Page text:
A keynote on the power of coaching: Voices from the field

By Learning Forward
Categories: Coaching, Leadership
October 2023

Coaching is one of the most powerful forms of professional learning, leading to improved teacher instruction and student achievement (Kraft, 2018). Too often, educators limit its potential by assuming that it can only be done by people with the word “coach” in their title. In fact, coaching is a set of skills that anyone who leads and supports others can use. Principals, assistant principals, supervisors, teacher leaders, and other education professionals can improve their teams’ work by developing strong coaching skills like listening, questioning, and paraphrasing.

You don’t need the job title to be a coach. Coaching is a set of skills for anyone who leads and supports: principals, assistant principals, supervisors, teacher leaders, and other education professionals. #coaching #educoach Click To Tweet

At the 2023 Learning Forward Annual Conference, a keynote panel of coaching experts will debunk the myth that only coaches can coach and share insights on how to develop and deploy your coaching skills (see text box on p. 11). They will explain why coaching benefits everyone, the most important coaching skills to learn, and how to distinguish building capacity from giving advice.

One reason it’s important to intentionally build coaching skills among all leaders is to ensure that coaching is authentic and meaningful. When coaching is confused with giving advice, it does not build the coachee’s capacity to think and practice differently. Furthermore, when leaders dole out advice without encouraging the coachee’s own reflection, the result is a recycling of the same ideas over and over — especially when there is a power differential between the two people, which causes advice to be interpreted as a directive.

In contrast, when the conversation is a back-and-forth exchange characterized by genuine curiosity and authentic listening, it allows the parties to think creatively and share reflections that can lead to innovation. As a result, the best coaches hold their expertise lightly, rather than imposing it heavily upon others.

Conference panelists will explain what this looks and sounds like, drawing on examples from their own work and lives. Their discussion will make you rethink your assumptions about coaching and open up new avenues for educators at all levels to benefit from coaching.

We asked the expert panelists about the insights they plan to share during the conference. Here are highlights.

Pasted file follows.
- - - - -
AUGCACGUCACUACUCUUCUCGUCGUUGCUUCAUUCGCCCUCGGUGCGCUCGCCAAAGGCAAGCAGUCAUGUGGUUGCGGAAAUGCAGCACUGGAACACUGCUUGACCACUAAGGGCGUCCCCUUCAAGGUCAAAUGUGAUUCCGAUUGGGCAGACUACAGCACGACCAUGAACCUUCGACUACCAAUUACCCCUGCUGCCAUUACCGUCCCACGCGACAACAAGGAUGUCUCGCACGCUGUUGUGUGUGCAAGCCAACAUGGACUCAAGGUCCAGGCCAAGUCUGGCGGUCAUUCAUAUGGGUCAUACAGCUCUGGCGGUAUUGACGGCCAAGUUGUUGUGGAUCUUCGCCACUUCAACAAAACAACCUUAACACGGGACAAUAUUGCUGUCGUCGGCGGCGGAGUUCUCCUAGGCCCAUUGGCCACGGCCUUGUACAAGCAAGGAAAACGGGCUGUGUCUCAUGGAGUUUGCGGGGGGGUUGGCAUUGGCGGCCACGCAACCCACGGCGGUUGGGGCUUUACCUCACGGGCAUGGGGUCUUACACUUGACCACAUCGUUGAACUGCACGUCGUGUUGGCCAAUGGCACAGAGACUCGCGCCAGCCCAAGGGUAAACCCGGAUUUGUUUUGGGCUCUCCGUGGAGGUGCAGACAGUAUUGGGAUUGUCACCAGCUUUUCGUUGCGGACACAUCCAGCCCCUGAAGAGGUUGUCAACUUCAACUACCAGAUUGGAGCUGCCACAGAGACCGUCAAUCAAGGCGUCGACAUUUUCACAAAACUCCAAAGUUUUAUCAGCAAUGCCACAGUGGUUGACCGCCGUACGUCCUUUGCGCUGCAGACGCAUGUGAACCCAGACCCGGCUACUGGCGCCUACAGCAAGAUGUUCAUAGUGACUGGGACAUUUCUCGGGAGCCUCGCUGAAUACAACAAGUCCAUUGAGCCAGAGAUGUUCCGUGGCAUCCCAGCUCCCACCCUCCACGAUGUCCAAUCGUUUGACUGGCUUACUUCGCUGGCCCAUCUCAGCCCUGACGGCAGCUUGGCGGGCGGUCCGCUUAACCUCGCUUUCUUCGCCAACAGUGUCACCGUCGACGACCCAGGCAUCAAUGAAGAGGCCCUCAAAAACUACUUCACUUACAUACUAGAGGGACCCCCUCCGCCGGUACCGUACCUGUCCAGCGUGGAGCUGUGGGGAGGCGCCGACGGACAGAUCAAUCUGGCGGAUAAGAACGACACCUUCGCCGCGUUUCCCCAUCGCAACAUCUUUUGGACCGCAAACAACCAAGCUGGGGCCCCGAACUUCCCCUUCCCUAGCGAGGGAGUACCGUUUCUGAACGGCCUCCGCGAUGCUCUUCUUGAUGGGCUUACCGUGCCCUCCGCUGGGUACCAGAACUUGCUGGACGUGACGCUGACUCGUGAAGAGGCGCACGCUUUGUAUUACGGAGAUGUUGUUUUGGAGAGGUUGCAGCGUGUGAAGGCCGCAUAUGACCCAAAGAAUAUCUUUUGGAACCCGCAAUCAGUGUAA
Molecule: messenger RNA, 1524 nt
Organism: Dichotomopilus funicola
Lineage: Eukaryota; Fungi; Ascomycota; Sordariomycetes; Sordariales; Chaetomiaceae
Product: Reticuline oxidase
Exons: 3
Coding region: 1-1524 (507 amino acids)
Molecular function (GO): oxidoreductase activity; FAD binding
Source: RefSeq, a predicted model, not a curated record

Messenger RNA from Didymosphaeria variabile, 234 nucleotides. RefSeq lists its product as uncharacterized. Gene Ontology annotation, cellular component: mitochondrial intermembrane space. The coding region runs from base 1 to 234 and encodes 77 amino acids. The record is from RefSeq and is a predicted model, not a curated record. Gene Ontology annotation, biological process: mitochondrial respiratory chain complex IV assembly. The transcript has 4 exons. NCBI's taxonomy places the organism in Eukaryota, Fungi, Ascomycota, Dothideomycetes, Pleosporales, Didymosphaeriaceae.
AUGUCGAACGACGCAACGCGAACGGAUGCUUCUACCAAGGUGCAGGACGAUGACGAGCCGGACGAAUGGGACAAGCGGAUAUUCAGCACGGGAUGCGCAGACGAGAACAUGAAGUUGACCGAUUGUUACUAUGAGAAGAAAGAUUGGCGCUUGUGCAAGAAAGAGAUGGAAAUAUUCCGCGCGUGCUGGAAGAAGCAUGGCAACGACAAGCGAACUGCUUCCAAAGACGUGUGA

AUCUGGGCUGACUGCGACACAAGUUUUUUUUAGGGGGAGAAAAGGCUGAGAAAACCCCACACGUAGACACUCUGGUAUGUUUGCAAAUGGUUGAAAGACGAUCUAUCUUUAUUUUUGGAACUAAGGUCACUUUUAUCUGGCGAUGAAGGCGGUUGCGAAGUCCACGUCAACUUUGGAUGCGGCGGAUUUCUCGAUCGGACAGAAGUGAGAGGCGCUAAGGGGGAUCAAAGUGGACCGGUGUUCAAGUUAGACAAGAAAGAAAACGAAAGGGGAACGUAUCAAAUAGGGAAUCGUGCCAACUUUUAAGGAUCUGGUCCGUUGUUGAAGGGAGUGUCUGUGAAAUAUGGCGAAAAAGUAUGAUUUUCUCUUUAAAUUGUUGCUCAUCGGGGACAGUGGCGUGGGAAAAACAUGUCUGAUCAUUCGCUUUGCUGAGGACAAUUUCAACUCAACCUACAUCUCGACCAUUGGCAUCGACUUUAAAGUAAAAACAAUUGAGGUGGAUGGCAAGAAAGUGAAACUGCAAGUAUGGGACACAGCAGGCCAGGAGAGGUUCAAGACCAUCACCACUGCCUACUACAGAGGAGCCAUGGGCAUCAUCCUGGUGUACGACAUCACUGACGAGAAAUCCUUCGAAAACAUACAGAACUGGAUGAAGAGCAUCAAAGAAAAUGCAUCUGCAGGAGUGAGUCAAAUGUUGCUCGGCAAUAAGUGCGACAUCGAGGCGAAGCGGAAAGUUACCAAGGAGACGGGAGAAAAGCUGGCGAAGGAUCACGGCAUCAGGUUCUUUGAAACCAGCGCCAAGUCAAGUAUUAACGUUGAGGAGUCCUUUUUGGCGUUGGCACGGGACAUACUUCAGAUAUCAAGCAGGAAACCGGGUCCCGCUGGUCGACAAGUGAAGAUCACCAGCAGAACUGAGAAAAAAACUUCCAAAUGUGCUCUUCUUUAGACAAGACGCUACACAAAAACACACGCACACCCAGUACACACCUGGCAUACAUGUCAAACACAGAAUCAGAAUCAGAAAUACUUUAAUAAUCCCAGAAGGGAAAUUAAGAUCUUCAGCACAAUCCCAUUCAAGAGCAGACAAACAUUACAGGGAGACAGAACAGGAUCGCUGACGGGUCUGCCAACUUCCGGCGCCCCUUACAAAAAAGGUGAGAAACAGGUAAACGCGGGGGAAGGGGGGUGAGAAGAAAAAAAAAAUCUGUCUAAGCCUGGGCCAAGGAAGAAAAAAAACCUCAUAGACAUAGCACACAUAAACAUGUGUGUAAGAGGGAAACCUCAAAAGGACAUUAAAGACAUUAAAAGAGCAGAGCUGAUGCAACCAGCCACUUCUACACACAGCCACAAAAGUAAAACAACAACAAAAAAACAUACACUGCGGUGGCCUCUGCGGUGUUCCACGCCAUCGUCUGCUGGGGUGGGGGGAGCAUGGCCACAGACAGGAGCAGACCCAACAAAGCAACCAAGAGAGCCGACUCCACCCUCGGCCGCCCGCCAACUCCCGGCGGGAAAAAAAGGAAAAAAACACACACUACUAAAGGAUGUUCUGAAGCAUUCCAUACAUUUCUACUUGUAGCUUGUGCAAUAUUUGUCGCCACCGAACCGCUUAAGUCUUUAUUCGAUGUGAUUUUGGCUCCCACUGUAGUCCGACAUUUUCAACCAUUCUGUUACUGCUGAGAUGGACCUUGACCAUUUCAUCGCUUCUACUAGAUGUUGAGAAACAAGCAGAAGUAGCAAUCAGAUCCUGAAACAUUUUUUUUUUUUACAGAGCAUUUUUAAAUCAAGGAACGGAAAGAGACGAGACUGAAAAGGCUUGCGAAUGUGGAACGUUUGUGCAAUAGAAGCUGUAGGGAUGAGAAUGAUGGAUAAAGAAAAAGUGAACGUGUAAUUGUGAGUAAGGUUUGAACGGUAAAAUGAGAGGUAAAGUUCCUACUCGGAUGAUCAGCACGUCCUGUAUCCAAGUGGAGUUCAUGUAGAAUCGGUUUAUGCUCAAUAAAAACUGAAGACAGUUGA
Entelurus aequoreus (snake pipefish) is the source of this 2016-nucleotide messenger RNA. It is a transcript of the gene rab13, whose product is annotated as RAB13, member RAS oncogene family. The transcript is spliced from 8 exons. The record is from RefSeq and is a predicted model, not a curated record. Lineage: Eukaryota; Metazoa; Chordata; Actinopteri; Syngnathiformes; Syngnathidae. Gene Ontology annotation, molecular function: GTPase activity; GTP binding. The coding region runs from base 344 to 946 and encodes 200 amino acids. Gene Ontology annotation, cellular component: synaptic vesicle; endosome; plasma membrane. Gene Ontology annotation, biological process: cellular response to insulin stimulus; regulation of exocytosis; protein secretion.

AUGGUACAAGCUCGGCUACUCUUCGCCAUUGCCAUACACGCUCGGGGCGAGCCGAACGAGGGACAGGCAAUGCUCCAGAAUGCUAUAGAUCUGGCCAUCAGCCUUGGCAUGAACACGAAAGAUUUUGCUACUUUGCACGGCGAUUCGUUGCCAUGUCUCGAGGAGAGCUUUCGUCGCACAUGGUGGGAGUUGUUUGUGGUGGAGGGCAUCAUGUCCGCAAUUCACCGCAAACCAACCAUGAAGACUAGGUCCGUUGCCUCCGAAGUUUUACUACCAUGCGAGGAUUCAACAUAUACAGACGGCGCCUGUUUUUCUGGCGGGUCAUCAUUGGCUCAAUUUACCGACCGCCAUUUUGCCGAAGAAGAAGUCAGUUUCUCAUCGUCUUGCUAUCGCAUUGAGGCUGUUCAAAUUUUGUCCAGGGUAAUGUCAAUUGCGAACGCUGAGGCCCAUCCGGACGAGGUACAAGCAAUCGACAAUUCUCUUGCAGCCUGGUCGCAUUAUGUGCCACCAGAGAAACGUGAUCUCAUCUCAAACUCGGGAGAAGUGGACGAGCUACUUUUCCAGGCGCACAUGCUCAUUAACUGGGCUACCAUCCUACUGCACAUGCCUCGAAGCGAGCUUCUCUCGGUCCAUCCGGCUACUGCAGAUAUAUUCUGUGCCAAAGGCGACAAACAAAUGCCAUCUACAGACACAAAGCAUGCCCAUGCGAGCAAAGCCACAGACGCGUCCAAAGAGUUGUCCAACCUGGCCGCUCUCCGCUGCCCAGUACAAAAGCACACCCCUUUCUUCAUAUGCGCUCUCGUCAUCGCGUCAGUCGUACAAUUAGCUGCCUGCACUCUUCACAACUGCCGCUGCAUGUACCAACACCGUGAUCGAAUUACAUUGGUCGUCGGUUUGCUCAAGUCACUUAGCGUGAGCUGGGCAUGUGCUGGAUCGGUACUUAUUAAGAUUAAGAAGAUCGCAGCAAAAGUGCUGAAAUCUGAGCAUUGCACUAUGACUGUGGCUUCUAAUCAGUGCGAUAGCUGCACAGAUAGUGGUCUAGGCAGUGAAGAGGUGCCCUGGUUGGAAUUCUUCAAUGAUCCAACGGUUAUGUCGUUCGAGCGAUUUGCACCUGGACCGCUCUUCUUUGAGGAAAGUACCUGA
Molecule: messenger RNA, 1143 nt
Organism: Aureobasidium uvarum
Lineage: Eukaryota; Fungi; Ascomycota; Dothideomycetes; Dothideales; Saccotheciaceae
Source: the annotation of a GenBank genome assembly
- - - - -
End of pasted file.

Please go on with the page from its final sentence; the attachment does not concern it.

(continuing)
“Coaching is a skill that extends beyond a role. Coaching builds capacity in others, and it’s the way all educators should be relating. Tempimage6dgztpWe want everyone to know they can use coaching conversational skills to support others’ thinking and that everyone should be coached because there is so much value in it.” Sharron Helmke, senior vice president, professional services content, Learning Forward

“When we’re talking about coaching for teachers, we’re not talking about an extra thing, we are talking about the work that you do. We’re talking about being more thoughtful about that work. We’re not saying let’s add something. We’re saying let’s slow down and Tempimageoycdhqlook at what we’re already doing and refine that.” James Thurman, Blueprint Literacy Coach for Baltimore City Public Schools, Maryland

Teacher coaching isn't *more.* “...We are talking about the work that you do. We’re talking about being more thoughtful about that work…let’s slow down and look at what we’re already doing and refine that.” -James Thurman #coaching Click To Tweet

“We coach the whole person [because] it’s not just about your work self, it’s about your whole self. Have a personal win in this Tempimagegguzaqcoaching session, have accountability to move forward with a next action, because we know that will have ripple effects and create momentum.”  Jen Lara, professor of education, lead coach, and co-creator of Anne Arundel Community College’s Engagement Coach Training Program, Maryland

“Great coaches don’t tell anyone what to do. We ask great questions.” Jackie Owens Wilson, executive director of the National PolicyTempimager7hpkv Board for Educational Administration and co-author of Blended Coaching: Supporting the Development and Supervision of School Leaders

''Great coaches don’t tell anyone what to do. We ask great questions.'' — Jackie Owens Wilson #LearnFwd23 #EduCoach #teachertwitter Click To Tweet


Download pdf here.


Kraft, M.A., Blazar, D., & Hogan, D. (2018). The effect of teacher coaching on instruction and achievement: A meta-analysis of the causal evidence. Review of Educational Research, 88(4), 547-588.

Image for aesthetic effect only - Learningforward Tag-logo-200x250-1
+ posts

Learning Forward is the only professional association devoted exclusively to those who work in educator professional development. We help our members plan, implement, and measure high-quality professional learning so they can achieve success with their systems, schools, and students.

Categories: Coaching, Leadership

The Learning Professional

Published Date


  • Recent Issues

    February 2024

    How do you know your professional learning is working? This issue digs...

    December 2023

    Professional learning can open up new roles and challenges and help...

    October 2023

    Both special education and general education teachers need support to help...

    August 2023

    Prioritizing professional learning time is an investment in educators and...

    Skip to content